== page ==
Vidispine worked closely with a public broadcaster in Germany on VidiEditor, Schragmann says. “They produce material with VidiEditor to a certain format like social media or formats that don’t require sophisticated features.” The broadcaster is publishing content straight out of VidiEditor without carrying out a final edit using Premiere, Schragmann adds.
Weighing Pros And Cons
There are some pros and cons to cloud editing.
For starters, cloud editing makes collaboration, review and approvals easier, Brodeur says.
Cospen notes collaboration is very important in cloud editing because “you really need to connect people in a different way.” Dalet’s concept for collaboration is its new Storytelling 360 approach, which is intended to “bring collaboration at the story level.”
Also in the world of collaboration is the fact that graphics can be edited in the cloud while “any number of people” can be working on a given story package at the same time, says Carol Bettencourt, Chryon’s VP of marketing, adding, “Those collaborative workflows exist in the cloud” with Chyron’s cloud-based PRIME Live platform.
Chyron has accelerated its commitment to developing workflows and apps that are available in the cloud, she says.
Cloud storage also makes it easier to find, share and move content around, Brodeur says.
In terms of finding content, Agrawal says, more and more customers have been using SnapStream’s cloud products, particularly since the onset of the pandemic. As people worked remotely during the pandemic, he says, customers had to make content “accessible from anywhere, they couldn’t keep it behind the corporate firewall.”
Customers use SnapStream to “surface moments” of existing television video, clip those moments and bring chose clips into a larger piece of content, he says. Previously, the customers would host the television source and use SnapStream to find clips, but as they have increasingly turned to remote operations, they are having SnapStream host the television source, then encode it and upload it to the customer’s SnapStream server, he says.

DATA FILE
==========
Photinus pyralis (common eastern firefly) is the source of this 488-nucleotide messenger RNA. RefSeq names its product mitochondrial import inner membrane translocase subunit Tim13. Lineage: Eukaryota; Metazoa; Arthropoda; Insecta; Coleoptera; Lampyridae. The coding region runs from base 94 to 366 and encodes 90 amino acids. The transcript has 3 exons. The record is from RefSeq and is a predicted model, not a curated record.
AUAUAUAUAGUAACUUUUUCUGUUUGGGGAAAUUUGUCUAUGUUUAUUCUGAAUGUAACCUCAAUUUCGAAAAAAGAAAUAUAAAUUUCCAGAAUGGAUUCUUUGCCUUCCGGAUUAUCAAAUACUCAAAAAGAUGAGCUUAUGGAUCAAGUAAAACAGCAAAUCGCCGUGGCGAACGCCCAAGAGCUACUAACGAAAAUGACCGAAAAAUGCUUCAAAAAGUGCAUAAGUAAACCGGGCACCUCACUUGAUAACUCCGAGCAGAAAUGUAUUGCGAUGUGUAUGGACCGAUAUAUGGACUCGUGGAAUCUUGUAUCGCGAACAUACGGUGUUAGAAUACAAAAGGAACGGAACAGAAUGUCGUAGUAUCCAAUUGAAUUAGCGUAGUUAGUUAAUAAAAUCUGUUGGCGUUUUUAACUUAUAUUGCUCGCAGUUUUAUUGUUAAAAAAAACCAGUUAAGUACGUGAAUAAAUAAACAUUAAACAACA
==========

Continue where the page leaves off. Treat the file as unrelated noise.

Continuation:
For broadcasters, security is always a concern, Alba says, and broadcasters have long believed they should keep content isolated and on-site. “But today, there’s enough security to enable them to take advantage of the cloud where it makes sense,” Alba says.
Sometimes, broadcasters have a “huge amount of focus on the main playout workflow” but sometimes “other workflows simply get left behind,” Brodeur says.
That can be a problem, particularly with what he calls “smash workflows,” or quick edits to put content out on social, he says. There often are no workflows around ingest and rights or legal reviews, he says.
“Smash editing is often left on its own to manage itself, and it needs to be brought into the main workflow a lot more. How it’s legalled, how it’s saved, how it’s stored, how it’s archived,” Brodeur says.
As a result, during anniversaries of big events when broadcasters might want to rerun old clips, broadcasters could be “exposed in a whole slew of different ways,” Brodeur says, noting this is one area where Overcast is working to help its broadcast customers.
While cloud editing offers a host of benefits, there are some challenges around latency associated with internet bandwidth, Brodeur says. The result can be an upload bottleneck as reporters work to send raw footage into the cloud. The files are “huge, and it takes time” to upload and ingest, he says.
Additionally, the storage and computing costs can be high, Brodeur adds. Finally, there are some challenges around ensuring frame accuracy because frame slippage is unacceptable, he says.
According to Blackbird’s Daniel Webster, head of US sales for Blackbird, having more ability to do processing in the cloud and the technologies associated with it will help drive the acceptance of cloud editing.
“You can do most of everything you need to do in a much more efficient way using cloud-native and cloud-friendly technologies,” Webster says.
Broadcasters are starting to understand that cloud-editing capability isn’t just nice to have but is the “best choice,” Blackbird CEO Ian McDonough says. “It is faster, it is cheaper, it is more efficient, it is better for mental health, it is better for carbon efficiency.”